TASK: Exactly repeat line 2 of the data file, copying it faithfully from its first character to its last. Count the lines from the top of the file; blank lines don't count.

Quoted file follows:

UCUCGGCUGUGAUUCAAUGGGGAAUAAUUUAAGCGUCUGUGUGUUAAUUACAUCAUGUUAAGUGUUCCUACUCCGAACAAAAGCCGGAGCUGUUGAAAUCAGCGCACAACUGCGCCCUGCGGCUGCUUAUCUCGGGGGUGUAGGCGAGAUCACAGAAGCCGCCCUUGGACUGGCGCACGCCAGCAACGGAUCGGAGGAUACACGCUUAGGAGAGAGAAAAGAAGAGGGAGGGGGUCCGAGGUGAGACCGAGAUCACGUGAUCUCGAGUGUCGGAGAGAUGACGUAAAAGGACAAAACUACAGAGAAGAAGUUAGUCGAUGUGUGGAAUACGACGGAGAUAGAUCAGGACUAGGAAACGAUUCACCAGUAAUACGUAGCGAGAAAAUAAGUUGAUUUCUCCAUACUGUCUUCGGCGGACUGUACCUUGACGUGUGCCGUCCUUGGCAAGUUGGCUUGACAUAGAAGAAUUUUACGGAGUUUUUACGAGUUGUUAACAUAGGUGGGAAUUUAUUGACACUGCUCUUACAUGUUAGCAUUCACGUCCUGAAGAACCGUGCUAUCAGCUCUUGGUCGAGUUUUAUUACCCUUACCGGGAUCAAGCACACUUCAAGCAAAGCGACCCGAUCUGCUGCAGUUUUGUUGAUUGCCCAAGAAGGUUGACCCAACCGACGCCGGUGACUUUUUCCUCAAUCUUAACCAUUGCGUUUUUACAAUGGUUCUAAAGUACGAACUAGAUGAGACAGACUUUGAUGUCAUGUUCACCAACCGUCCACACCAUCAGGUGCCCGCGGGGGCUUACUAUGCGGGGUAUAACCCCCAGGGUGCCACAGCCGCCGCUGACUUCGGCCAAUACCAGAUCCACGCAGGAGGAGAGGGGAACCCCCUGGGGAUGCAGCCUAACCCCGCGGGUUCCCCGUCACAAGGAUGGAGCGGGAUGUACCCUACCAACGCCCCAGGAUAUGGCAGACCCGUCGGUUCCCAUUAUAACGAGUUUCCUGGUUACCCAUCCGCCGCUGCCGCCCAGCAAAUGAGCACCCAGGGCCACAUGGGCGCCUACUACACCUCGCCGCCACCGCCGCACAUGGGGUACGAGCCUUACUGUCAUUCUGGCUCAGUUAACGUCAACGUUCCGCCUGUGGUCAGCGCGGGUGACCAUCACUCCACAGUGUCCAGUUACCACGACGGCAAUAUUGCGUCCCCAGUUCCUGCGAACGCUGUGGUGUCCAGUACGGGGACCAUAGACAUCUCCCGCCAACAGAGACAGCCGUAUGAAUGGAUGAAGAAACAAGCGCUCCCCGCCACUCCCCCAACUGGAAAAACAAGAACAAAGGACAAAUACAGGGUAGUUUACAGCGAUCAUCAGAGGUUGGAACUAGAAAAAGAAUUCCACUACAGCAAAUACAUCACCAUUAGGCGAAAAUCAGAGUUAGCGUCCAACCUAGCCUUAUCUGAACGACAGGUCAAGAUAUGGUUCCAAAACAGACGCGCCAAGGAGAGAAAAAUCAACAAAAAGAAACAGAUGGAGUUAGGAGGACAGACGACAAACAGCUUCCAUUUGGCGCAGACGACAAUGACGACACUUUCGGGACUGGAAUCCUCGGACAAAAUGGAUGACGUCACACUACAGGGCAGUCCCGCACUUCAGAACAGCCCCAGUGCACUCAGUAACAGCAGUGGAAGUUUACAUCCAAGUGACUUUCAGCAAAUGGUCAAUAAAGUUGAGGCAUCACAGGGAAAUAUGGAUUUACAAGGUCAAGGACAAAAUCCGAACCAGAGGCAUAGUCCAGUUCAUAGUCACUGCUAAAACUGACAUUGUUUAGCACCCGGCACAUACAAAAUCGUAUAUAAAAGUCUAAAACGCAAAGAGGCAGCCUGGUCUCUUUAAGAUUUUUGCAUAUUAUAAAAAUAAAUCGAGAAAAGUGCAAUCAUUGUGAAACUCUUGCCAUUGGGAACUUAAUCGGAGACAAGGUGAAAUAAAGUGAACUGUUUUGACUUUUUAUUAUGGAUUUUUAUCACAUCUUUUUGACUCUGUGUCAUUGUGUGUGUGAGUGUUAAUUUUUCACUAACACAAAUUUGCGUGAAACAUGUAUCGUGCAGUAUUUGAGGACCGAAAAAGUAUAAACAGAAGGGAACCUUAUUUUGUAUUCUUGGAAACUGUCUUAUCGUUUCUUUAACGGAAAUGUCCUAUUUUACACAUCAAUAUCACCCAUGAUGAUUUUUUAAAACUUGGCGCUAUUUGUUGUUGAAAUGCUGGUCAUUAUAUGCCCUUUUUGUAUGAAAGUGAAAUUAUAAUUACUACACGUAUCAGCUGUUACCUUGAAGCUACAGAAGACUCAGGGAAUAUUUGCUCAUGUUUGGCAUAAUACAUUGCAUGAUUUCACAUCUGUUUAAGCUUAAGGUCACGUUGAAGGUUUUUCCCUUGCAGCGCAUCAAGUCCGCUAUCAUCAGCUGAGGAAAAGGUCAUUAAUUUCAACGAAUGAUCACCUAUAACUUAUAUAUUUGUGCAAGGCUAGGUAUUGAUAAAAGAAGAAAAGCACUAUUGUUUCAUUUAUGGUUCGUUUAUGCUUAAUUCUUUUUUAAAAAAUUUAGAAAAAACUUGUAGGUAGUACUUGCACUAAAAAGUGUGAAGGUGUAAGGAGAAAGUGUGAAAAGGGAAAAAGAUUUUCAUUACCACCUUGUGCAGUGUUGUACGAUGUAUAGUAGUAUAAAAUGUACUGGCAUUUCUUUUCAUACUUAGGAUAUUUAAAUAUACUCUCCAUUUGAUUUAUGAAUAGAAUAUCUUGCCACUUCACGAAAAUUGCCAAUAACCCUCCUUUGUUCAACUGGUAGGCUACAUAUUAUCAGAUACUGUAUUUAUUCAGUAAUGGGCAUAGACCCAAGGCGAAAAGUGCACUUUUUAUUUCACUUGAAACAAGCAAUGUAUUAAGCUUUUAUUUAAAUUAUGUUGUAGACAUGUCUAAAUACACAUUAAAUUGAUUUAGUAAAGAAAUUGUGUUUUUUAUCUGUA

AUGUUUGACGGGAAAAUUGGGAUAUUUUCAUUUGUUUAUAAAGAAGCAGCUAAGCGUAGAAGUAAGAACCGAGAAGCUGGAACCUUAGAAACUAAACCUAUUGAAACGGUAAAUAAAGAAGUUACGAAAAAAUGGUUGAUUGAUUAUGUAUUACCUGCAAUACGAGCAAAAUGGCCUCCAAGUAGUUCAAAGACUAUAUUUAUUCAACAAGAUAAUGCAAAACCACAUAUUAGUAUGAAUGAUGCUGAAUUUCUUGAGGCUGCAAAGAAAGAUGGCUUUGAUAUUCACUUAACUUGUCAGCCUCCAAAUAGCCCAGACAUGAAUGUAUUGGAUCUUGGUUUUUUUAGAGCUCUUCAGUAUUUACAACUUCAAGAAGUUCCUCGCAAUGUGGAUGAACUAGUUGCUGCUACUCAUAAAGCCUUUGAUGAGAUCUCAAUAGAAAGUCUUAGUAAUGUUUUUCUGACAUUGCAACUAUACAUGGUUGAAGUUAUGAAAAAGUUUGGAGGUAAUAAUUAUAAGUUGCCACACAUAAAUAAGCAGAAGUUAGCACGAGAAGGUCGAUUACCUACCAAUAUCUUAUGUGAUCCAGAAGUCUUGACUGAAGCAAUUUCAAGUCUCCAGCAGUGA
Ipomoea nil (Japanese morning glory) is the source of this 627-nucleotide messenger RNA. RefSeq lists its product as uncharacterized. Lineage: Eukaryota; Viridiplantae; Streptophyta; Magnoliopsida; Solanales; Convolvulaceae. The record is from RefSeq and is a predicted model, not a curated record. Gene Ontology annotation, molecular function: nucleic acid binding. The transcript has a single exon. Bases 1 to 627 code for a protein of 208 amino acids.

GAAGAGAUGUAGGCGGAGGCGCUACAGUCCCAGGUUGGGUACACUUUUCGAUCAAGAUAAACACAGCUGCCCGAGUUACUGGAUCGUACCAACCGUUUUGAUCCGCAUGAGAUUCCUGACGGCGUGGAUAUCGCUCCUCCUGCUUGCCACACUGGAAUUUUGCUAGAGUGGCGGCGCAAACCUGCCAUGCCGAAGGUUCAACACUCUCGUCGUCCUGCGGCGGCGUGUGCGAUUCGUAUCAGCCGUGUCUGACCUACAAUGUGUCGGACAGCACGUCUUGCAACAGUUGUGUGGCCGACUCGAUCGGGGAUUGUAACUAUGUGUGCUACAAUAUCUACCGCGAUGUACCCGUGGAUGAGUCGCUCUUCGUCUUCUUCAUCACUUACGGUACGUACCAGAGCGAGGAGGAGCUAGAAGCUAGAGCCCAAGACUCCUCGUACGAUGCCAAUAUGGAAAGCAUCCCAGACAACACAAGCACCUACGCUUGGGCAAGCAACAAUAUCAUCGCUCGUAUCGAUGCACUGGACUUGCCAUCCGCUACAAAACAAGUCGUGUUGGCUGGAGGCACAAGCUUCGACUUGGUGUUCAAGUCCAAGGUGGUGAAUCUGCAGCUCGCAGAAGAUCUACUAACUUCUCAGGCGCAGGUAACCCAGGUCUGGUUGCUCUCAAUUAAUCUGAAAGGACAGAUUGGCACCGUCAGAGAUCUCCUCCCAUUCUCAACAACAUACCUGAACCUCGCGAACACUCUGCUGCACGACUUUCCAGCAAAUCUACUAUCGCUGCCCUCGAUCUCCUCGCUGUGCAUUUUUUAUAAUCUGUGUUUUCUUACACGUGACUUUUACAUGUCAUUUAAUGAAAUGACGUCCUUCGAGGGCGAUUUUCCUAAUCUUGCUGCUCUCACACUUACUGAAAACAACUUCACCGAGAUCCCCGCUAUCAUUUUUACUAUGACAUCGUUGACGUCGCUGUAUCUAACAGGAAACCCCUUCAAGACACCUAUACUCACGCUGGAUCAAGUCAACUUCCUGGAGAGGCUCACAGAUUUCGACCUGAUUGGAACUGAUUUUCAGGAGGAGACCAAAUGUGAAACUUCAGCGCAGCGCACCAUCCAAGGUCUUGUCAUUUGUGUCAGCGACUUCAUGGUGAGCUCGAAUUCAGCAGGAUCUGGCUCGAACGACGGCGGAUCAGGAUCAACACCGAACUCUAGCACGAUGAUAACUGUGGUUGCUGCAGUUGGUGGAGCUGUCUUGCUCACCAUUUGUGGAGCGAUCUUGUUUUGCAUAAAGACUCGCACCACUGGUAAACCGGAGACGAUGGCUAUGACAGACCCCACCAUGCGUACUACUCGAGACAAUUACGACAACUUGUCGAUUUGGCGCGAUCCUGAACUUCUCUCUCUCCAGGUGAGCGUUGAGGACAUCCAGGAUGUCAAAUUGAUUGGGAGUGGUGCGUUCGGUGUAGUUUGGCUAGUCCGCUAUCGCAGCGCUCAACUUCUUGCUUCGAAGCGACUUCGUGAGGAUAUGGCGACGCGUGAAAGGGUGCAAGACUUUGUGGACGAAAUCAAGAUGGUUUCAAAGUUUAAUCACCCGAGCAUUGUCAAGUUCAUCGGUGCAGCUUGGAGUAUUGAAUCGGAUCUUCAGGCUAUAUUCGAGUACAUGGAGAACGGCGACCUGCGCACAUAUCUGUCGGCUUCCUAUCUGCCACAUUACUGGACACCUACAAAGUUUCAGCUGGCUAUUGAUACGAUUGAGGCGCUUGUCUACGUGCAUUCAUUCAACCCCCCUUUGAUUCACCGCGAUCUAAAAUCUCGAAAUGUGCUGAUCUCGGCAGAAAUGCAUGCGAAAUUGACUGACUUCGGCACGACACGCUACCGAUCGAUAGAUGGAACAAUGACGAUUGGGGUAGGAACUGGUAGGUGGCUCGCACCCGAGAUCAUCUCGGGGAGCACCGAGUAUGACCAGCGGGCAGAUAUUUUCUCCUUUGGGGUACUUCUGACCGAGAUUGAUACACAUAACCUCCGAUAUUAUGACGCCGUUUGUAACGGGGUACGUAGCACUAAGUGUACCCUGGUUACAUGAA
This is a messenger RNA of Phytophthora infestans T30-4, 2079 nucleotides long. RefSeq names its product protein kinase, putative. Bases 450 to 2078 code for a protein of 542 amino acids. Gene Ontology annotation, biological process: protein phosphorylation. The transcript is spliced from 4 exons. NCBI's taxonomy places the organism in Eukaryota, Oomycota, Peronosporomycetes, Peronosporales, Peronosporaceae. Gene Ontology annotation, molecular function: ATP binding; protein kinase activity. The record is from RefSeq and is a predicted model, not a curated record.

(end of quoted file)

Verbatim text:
AUGUUUGACGGGAAAAUUGGGAUAUUUUCAUUUGUUUAUAAAGAAGCAGCUAAGCGUAGAAGUAAGAACCGAGAAGCUGGAACCUUAGAAACUAAACCUAUUGAAACGGUAAAUAAAGAAGUUACGAAAAAAUGGUUGAUUGAUUAUGUAUUACCUGCAAUACGAGCAAAAUGGCCUCCAAGUAGUUCAAAGACUAUAUUUAUUCAACAAGAUAAUGCAAAACCACAUAUUAGUAUGAAUGAUGCUGAAUUUCUUGAGGCUGCAAAGAAAGAUGGCUUUGAUAUUCACUUAACUUGUCAGCCUCCAAAUAGCCCAGACAUGAAUGUAUUGGAUCUUGGUUUUUUUAGAGCUCUUCAGUAUUUACAACUUCAAGAAGUUCCUCGCAAUGUGGAUGAACUAGUUGCUGCUACUCAUAAAGCCUUUGAUGAGAUCUCAAUAGAAAGUCUUAGUAAUGUUUUUCUGACAUUGCAACUAUACAUGGUUGAAGUUAUGAAAAAGUUUGGAGGUAAUAAUUAUAAGUUGCCACACAUAAAUAAGCAGAAGUUAGCACGAGAAGGUCGAUUACCUACCAAUAUCUUAUGUGAUCCAGAAGUCUUGACUGAAGCAAUUUCAAGUCUCCAGCAGUGA